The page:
(19) In the affidavit filed by the tenant on 19.7.1977, paragraph 2. the tenant says that he was not permitted to leave the bed during 27.6.1977 to 17.7.1977. The medical certificate is dated 17.7.1977 and states that the tenant 'is suffering from Enteric Fever. He is under my treatment since 27.6.77 and is recommended three weeks rest which is absolutely necessary for the restoration of health'. While the affidavit of the tenant is self-serving, the certificate of the doctor has to be after realisation of the responsibility of the doctor. It is significant that the certificate of the doctor has to be after realisation of the responsibility of the doctor. It is significant that the doctor has not said anything as to the seriousness of the illness and particularly whether during the illness or during the three weeks recommended as absolutely necessary for the restoration of the health of the tenant, the tenant was not able to make arrangements for the making of an application for leave to defend. Such arrangement could be made on the instruction of the tenant even by telephone from Dehradun to Delhi. Assuming that every thing that is said in the medical certificate is true the statement by the doctor does not amount to saying that the tenant was unable to arrange for the making of the application for leave to defend during such a long period of 26.6.1977 to 17.7.1977. If the doctor is treating the absolute necessity of rest after 17.7.1977 on the same footing as the illness of the tenant till 17.7.1977, then the very fact that the tenant immediately after 17.7.1977 made an application for leave to defend would show that in the period from 17.7.1977 the absolute necessity of rest advised by the doctor was not there. In the absence of any definite statement by the doctor of the disability of the tenant for making arrangements for the filing of an application in the Controller's court at Delhi, we are unable to see that any prima facie case is made out by the tenant on the strength of this medical certificate. Without the medical certificate a mere self-serving statement of the tenant that he was not permitted to leave the bed during 27.6.1977 to 1 7.7.1977 cannot be deemed to make out a prima facie case. The tenant in the affidavit does not say that it was not possible for him to make arrangements for getting an application for leave to defend filed in Delhi. He docs not say that he could not instruct anyone else or that a telephonic communication with his lawyer in Delhi could not be established. Thus, even the affidavit falls insufficient of making out a prima facie case.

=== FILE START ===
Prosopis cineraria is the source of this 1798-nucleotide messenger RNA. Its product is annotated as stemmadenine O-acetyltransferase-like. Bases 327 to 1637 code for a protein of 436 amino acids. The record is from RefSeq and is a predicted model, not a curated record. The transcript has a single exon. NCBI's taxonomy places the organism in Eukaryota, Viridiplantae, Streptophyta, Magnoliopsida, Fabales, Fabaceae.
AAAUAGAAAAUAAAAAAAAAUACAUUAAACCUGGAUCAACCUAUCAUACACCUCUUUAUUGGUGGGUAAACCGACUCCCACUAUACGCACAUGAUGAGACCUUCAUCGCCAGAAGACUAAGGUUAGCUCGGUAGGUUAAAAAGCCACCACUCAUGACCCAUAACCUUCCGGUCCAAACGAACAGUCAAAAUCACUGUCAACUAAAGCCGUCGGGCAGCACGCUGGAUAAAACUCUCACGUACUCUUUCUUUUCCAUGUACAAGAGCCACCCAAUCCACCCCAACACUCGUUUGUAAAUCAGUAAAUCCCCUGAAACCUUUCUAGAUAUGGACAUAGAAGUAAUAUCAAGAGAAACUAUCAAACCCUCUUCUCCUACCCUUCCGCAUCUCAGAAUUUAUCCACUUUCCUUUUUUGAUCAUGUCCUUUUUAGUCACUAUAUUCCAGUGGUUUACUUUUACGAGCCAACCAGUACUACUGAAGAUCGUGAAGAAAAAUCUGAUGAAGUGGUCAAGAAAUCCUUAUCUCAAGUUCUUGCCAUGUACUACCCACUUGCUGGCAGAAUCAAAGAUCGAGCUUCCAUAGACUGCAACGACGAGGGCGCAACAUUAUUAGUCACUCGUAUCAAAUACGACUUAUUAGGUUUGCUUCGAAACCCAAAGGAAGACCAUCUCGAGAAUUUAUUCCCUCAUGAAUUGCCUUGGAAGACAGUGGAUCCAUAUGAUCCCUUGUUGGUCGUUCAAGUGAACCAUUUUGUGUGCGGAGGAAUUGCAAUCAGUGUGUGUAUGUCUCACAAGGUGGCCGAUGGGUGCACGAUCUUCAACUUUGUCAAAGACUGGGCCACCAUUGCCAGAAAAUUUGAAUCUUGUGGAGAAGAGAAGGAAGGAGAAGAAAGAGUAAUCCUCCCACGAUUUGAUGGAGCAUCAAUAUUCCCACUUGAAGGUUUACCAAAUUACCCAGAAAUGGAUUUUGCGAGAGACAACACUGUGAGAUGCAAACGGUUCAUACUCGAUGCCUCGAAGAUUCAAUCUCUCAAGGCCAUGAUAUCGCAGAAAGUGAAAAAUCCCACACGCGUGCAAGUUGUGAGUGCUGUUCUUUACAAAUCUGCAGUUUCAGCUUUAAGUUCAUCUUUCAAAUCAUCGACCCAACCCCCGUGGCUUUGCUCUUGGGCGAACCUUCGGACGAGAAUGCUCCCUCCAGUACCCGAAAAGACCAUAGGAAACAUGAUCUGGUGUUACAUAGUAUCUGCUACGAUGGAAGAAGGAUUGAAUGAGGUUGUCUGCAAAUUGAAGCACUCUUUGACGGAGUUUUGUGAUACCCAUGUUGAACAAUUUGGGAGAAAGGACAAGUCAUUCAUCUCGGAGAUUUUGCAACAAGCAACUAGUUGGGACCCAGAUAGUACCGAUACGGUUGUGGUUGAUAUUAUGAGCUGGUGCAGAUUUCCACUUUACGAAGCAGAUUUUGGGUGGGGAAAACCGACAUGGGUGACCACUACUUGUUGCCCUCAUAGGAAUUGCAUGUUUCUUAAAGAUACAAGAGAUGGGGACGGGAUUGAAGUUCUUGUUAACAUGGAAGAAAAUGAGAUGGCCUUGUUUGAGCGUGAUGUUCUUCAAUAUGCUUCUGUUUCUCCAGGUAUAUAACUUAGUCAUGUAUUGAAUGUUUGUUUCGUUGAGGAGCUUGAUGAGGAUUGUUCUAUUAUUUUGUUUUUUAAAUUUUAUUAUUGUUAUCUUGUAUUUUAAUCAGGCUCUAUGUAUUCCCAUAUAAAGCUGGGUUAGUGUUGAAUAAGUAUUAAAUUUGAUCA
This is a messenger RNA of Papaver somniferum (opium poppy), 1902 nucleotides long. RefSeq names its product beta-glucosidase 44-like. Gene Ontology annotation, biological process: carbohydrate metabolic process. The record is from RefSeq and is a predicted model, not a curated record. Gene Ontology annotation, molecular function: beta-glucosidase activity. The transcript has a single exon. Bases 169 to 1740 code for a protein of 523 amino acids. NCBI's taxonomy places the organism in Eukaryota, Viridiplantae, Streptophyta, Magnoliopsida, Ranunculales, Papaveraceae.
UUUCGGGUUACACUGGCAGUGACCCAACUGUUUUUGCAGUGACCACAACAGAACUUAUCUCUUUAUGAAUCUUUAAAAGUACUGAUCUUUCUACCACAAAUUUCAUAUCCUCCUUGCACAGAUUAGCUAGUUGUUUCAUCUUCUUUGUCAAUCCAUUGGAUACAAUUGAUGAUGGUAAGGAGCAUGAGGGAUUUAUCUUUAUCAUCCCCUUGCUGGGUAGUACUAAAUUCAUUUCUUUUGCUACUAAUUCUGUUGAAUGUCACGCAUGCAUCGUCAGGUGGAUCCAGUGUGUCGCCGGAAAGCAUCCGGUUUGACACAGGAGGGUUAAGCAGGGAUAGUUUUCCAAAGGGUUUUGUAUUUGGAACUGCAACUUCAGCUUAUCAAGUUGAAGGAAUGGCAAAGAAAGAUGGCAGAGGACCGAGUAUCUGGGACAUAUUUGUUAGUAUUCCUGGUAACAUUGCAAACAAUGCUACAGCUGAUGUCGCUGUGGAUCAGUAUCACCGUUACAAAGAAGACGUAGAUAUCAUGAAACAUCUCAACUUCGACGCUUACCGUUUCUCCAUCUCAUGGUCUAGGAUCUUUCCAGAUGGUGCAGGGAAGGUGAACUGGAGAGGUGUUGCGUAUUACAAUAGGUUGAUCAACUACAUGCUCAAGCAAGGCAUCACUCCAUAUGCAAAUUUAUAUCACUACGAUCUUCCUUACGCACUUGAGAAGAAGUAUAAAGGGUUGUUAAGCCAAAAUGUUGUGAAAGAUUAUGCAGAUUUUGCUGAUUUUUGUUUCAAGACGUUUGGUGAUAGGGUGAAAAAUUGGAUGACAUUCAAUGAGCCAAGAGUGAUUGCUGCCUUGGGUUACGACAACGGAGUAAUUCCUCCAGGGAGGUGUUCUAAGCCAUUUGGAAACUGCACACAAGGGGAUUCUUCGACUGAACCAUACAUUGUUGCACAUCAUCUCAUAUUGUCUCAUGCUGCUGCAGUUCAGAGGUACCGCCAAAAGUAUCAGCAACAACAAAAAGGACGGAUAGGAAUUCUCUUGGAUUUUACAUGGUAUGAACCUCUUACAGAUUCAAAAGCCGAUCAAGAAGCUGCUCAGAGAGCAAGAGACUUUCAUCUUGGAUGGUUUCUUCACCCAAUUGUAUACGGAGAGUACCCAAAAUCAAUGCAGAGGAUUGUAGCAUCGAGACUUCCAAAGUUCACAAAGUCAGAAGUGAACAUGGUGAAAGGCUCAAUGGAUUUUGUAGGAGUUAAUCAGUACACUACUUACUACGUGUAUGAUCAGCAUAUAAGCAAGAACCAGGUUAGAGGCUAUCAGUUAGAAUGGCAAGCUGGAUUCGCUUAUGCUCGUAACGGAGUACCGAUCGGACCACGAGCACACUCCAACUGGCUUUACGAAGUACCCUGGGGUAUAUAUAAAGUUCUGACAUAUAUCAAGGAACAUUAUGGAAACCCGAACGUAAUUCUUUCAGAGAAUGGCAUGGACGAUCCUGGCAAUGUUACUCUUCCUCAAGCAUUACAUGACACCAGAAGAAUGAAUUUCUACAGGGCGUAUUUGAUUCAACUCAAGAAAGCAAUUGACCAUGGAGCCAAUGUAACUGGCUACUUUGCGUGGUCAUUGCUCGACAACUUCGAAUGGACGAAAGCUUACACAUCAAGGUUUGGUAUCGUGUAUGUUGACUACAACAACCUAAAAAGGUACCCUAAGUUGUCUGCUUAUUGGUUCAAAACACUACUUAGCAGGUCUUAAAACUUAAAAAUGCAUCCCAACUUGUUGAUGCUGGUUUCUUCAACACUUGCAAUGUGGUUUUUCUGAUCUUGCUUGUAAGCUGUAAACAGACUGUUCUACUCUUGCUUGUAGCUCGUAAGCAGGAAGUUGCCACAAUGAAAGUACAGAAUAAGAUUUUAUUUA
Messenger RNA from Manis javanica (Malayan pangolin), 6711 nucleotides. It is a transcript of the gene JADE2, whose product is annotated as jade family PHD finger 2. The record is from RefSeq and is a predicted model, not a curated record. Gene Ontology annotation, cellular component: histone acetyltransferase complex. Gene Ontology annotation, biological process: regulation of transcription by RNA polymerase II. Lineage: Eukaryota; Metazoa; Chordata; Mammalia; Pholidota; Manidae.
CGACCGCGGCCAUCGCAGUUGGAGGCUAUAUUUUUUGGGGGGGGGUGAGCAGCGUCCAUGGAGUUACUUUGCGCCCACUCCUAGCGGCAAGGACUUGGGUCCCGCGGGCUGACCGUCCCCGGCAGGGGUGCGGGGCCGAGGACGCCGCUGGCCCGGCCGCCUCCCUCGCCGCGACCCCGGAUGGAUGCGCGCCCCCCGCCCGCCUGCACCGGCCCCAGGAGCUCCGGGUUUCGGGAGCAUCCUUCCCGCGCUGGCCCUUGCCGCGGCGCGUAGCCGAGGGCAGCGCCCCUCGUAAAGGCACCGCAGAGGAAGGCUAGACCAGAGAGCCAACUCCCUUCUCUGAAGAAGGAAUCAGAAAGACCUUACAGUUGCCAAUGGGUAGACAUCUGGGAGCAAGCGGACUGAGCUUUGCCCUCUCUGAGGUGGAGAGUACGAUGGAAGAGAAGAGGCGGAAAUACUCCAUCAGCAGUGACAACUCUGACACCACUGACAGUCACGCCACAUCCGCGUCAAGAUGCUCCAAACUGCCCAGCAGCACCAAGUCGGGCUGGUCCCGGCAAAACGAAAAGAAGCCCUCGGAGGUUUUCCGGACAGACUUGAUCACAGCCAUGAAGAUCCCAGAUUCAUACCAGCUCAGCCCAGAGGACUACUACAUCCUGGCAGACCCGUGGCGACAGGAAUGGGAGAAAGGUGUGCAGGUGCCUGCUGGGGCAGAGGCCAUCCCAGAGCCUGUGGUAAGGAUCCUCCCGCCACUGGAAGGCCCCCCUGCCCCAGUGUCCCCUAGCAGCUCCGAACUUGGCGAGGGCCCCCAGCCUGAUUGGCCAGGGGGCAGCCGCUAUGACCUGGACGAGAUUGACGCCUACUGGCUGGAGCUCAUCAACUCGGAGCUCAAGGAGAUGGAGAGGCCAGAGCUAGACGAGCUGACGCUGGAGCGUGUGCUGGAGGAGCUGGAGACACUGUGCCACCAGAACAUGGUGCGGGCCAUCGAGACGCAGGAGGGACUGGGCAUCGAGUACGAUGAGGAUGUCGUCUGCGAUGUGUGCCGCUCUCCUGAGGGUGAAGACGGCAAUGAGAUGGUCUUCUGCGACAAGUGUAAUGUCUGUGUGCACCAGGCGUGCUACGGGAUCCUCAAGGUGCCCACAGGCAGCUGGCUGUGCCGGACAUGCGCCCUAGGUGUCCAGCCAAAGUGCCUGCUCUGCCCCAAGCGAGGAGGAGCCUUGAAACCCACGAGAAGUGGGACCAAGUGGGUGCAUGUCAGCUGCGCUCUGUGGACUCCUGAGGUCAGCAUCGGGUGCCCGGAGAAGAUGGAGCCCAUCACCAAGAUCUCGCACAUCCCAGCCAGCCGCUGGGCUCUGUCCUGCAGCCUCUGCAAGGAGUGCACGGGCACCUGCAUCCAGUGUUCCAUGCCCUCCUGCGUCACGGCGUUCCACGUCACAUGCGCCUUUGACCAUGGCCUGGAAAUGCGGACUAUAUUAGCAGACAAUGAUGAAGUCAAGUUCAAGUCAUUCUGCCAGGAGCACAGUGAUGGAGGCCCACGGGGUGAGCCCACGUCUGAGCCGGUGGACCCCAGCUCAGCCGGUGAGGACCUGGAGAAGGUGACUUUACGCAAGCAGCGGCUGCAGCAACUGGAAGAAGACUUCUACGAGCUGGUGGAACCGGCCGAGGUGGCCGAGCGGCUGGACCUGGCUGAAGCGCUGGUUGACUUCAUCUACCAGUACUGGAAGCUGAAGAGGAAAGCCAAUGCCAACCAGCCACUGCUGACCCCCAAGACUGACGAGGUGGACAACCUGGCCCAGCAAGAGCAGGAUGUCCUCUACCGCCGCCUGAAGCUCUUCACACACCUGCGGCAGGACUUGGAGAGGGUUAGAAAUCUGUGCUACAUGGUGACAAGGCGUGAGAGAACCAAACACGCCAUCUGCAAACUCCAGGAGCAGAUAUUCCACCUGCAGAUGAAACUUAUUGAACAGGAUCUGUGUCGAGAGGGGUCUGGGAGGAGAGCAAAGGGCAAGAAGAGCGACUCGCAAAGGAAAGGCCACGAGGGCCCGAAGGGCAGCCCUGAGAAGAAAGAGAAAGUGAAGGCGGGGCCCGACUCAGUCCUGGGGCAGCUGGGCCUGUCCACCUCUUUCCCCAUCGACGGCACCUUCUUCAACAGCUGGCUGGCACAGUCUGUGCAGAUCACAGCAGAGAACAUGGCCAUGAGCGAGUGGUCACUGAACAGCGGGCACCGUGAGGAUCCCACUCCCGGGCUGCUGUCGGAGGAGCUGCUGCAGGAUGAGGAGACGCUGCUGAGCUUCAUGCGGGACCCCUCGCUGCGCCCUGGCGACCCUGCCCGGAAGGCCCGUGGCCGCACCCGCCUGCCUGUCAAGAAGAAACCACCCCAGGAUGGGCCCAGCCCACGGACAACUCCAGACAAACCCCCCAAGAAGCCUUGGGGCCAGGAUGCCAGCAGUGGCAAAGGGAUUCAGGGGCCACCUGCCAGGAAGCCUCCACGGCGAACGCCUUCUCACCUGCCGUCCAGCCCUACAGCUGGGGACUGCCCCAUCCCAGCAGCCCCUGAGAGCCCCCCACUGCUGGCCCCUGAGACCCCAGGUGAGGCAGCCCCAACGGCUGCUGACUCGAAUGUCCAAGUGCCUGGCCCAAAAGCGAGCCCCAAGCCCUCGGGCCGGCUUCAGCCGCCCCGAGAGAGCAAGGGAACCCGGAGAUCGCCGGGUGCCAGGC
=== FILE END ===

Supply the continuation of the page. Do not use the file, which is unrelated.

(20) In these circumstances, while as a question of law we are of the view that in a proper case the Controller can give benefit of Order 37 Rule 4, Civil Procedure Code, to a tenant even while following the procedure under Section 25B, on the facts of this case we are not convinced that the petitioner has made out a prima facie case for obtaining the benefit under Order 37 Rule 4, Civil Procedure Code, and are not thereforee, prepared to remand the case to the Controller for considering whether the order of eviction should be set aside on the facts of this case under Order 37 Rule 4, Civil Procedure Code.
(21) Mr. Arun Kumar finally has -urged in the revision, though this was not a ground taken before the Controller for leave to defend, that on the summons issued under the Third Schedule while the tenant was asked to make an application for leave to defend within 15 days, at the bottom of the summons the date 19-7-1977 was written. The learned counsel relies on the observation of Rohatgi J. in CR. 91 and 9.2 of 1978, decided on 18th December, 1979, that the new procedure under Section 25B recently introduced could cause a confusion in the mind of the tenant and he could be led to believe that the application for leave to defend can be filed on the date on which the case to be taken up by the court. This of course is a question of fact in each case. The tenant petitioner before us has not urged this as a question of fact ground before the Controller for leave to defend. He has only urged it in the revision which could only be considered as a question of law ground. We are of the view that as a question of law on a construction of the summons under the Third Schedule there is no ground for confusion in the mind of the reader of such a summons. A persual of the summons obviously shows that while the application had to be made on any day suitable to the tenant within 15 days from the service of the summons, so far as the Controller was concerned, the case would be taken up on 19th July, 1977. We, thereforee, do not find any question of fact raised in- this case that the tenant was in fact misled by the present summons and are of the view that on a construction of the summons no question of law about its misleading nature can arise.
(22) For the above reasons, the question set out at the beginning of the judgment is answered as below : (a) Section 5 of the Limitation Act is not applicable to extend the period of limitation prescribed by the Third Schedule to the Delhi Rent Control Act, 1958. (b) The benefit of the analogy of Order 37 Rule 4, Civil Procedure Code, can, however, be given to the tenant if the special circumstances of the case justify it. But in the present .case they do not justify it.
(23) The revision of the tenant is, thereforee, dismissed with no order as to costs.